AS A MOTHER OF TWO YOUNG children, I’m always on the lookout for activities that combine play-time with disguised education. And I have discovered the mother lode of smart play in the 90,000 square feet that comprise the Children’s Museum of Houston. I recently rounded up some willing companions (my five-year-old son and two-year-old daughter) and made a beeline for the three stories of mind-exercising, sweat-inducing fun that comprise this marvel of a museum.
The museum possesses a sense of charm and whimsy that sets it apart from its neighbors in Houston’s Museum Dis trict. The building itself-designed by architect Robert Venturi, who coined the maxim “Less is a bore”-is a jumble of soaring spaces, primary colors, and intriguing angles. It’s hard to maintain a facade of maturity once inside this youthful wonderland. The museum’s Director of Education, Cheryl McCallum, takes pride in the museum’s appeal to adults and children alike. “I am proudest when I walk through the exhibits and see families from every walk of life learning together and having a great time,” she says.
Though my kids and I want to dive right in, we stop first at the information desk to pick up a map. Thanks to a recent renovation that doubled its size, this wild maze of a museum can send your inner navigator spinning in two shakes of a lamb’s tail.
Our second stop: the Kids’ Hall, where museum staff and volunteers present educational games and crafts, from puppet-making to tic-tac-toe. The top-hat-clad magicians here fascinate my children with coin tricks and lessons in the art of illusion. But soon the kids are drawn as if by some magnetic force to the museum’s piece de resistance, a sprawling hub of physical exertion called Power Play.
A three-story, climbing structure called the Power Tower dominates this area. In this sea of suspended nets, steel bars, pounding music, and flashing lights, participants track their heart rates through a variety of physical challenges. Children dash about whooping and shrieking, testing their strength, flexibility, and endurance. My energetic tykes race around an attraction called the Light Chase, trying to dodge the flashing green, blue, and yellow lights that flicker across a translucent mat. Other little daredevils head to the Adventure Course to scale walls, navigate a tunnel, and scurry across a rope bridge. And then, we move on to the pretend-play city of Kidtropolis. Other little daredevils scale walls, navigate a tunnel, and scurry across a rope bridge.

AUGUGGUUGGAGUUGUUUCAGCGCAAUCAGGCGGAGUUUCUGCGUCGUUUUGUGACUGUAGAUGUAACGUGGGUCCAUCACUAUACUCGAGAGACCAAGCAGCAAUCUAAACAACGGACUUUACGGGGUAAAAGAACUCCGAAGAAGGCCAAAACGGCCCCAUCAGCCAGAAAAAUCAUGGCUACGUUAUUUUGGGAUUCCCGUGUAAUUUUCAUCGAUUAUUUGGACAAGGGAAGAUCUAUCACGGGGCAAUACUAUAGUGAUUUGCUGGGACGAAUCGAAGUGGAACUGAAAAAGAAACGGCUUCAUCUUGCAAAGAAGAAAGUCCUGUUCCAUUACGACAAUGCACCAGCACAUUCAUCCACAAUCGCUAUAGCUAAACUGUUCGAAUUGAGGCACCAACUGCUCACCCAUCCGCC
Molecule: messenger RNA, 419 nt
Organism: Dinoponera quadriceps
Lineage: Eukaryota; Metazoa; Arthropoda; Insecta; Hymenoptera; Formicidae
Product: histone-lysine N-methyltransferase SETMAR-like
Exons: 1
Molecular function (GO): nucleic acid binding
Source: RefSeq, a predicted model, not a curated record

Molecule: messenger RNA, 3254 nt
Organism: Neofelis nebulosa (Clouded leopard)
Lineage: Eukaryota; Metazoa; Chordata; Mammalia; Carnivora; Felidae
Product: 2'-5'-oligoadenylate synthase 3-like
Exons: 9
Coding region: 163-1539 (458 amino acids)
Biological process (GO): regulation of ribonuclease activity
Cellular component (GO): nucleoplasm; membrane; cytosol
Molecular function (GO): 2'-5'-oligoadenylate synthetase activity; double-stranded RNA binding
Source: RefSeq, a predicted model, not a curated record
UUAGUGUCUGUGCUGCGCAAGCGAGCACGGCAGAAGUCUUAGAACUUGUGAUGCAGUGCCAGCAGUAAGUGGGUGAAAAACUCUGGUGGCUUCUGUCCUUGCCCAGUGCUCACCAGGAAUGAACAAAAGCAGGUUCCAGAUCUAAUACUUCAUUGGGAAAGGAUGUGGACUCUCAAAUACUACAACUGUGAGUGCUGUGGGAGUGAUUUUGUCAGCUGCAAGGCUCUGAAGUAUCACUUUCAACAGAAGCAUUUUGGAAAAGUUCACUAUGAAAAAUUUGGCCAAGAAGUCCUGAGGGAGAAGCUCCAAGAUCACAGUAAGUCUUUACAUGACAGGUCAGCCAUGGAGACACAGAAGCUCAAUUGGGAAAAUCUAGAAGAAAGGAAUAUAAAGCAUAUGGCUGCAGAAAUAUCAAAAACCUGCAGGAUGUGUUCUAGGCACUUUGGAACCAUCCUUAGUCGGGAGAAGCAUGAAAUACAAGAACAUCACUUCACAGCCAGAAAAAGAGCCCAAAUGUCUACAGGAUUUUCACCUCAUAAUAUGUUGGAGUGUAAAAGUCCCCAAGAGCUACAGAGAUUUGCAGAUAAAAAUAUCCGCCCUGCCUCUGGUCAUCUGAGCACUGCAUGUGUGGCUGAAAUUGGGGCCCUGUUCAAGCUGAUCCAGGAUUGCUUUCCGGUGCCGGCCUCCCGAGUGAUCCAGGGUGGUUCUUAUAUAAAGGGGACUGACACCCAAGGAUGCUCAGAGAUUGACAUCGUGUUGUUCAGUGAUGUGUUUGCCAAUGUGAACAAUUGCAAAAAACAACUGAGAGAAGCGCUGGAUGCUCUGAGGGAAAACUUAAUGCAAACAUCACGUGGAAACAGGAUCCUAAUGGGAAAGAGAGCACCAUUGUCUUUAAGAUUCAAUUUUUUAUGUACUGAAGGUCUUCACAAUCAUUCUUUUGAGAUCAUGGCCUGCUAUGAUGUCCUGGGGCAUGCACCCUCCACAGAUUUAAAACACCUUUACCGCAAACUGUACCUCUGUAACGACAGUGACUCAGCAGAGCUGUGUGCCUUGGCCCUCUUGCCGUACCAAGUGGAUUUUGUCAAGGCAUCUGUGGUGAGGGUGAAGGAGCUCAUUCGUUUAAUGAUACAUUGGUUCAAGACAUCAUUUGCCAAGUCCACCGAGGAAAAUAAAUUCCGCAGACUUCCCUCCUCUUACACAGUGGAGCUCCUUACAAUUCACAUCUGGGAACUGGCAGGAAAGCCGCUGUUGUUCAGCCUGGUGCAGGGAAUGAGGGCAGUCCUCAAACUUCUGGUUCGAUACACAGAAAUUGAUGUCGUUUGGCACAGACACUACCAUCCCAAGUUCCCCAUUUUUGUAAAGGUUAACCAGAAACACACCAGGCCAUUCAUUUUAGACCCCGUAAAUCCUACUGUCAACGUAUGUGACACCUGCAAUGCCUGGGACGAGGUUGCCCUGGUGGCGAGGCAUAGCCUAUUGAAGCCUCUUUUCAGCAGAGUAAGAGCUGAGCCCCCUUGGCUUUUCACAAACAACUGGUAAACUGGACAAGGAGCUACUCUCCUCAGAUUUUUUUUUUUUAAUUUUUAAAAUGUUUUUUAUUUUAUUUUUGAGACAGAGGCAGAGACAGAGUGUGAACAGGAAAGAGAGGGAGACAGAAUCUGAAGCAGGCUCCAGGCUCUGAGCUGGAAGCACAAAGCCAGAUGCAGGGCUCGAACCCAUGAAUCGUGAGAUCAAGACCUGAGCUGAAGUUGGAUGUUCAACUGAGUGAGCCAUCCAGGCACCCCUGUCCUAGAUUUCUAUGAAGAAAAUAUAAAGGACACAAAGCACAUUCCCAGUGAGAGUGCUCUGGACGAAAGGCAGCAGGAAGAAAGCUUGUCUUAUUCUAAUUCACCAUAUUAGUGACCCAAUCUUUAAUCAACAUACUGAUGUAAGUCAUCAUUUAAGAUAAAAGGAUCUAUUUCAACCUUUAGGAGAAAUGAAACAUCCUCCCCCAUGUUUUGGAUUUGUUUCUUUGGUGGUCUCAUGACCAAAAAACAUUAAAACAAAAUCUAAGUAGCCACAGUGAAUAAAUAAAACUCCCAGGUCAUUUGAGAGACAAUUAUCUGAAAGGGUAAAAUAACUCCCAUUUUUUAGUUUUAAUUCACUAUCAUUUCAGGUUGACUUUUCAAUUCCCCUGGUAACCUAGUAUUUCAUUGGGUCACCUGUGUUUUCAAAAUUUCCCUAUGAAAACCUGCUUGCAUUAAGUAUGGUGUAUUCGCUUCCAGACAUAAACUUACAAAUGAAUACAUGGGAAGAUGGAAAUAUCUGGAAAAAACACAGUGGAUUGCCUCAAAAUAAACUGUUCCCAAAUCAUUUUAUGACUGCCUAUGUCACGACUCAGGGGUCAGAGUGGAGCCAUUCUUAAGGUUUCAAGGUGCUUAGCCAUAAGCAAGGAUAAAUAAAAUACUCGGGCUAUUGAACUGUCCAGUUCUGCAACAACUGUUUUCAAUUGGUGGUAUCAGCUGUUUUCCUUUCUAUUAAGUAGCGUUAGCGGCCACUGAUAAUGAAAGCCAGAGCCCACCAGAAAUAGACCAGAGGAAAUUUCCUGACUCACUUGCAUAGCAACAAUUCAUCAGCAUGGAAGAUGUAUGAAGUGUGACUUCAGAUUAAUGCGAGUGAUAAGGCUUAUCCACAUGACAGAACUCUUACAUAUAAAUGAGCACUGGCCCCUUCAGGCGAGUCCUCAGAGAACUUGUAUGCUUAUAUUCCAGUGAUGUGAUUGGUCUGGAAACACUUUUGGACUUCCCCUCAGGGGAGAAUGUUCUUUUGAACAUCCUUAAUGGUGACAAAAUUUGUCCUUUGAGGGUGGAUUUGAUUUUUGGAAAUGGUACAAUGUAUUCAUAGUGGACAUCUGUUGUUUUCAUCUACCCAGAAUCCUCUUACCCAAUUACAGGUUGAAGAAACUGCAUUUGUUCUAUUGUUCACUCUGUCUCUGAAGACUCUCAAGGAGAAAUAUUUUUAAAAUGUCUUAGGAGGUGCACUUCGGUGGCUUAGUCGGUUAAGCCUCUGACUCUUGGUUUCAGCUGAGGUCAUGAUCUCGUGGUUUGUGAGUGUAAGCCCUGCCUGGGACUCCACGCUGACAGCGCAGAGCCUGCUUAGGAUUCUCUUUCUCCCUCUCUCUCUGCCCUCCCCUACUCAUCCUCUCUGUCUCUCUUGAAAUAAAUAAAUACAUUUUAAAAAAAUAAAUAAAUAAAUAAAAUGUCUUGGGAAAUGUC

As the name implies, Kidtropolis is a miniature model of a working town, complete with an array of businesses, including a veterinary clinic and a stock market. I relax awhile in the Diner, where my kids busy themselves in the restaurant-style kitchen. Miniature waiters and waitresses bustle about, pencils and paper pads in hand, taking orders and servingup heaping (plastic) helpings of everything from pizza and chicken drumsticks to ice cream. I love that the crowd of adults feels compelled to mock-munch their faux feasts, even when the kids have turned their backs.
Just across the way from Kidtropolis resides the H-E-B Market, which bears little resemblance to the play-grocer of yesteryear. This upgraded version of the perennial favorite caters to sophisticated consumers with selections like pomegranate green tea and Thai red-curry noodles. My kids fill their baskets with all the sugary treats that I so cruelly deny them at home.
Next, we find an elevator and descend to the basement, w here spinning gears and a quote by Thomas Edison-“To invent, you need a good imagination and a pile of junk”-set the mood for a warehouse-style space called the Invention Convention. The adults here seem just as giddy as the children. In one area, visitors work together to build a LEGO vehicle with enough strength to race down a mountain of a track and emerge intact from the spectacular vertical drop. In another area called the Launch Cage, participants assemble and test the aerodynamics of
handcrafted rockets using simple materials such as plastic water bottles and construction paper.
”Adults really get into the Invention Convention exhibit,” McCallum says. “Many of the things in that exhibit they have never had the chance to do before. I’ve seen kids and parents work together to make air-propelled stomp rockets, then compete to see which rocket flies the farthest.” While the nonstop action feels exhilarating, I can only take so much of it at once. When I begin to crave a break, I head for one of the spots at CMH that I’ve dubbed “tranquility bases.” These calmer areas of the museum allow me to slow the pace and gather my wits. My favorite is EcoStation, a light-filled cottage surrounded by native plants, which sits just outside the main building. Here, visitors can observe freshly hatched baby chicks in all their downy glory or watch turtles glide through a serene pond. Tools such as a microscope and a solar wheel promote in-depth environmental investigation.
Finally, the cool waters of FlowWorks beckon us outside. This water-play area overflows with splash buckets, spray guns, and a nifty area called the Boatyard, where children assemble and race their own boats. When my children look sufficiently exhausted, I decide that it’s as good a time as any to call it a day.
As we exit the world of whimsy and set foot onto the sidewalk of reality, I calm my forlorn companions with the promise of future CMH playtime. I’m looking forward to it myself.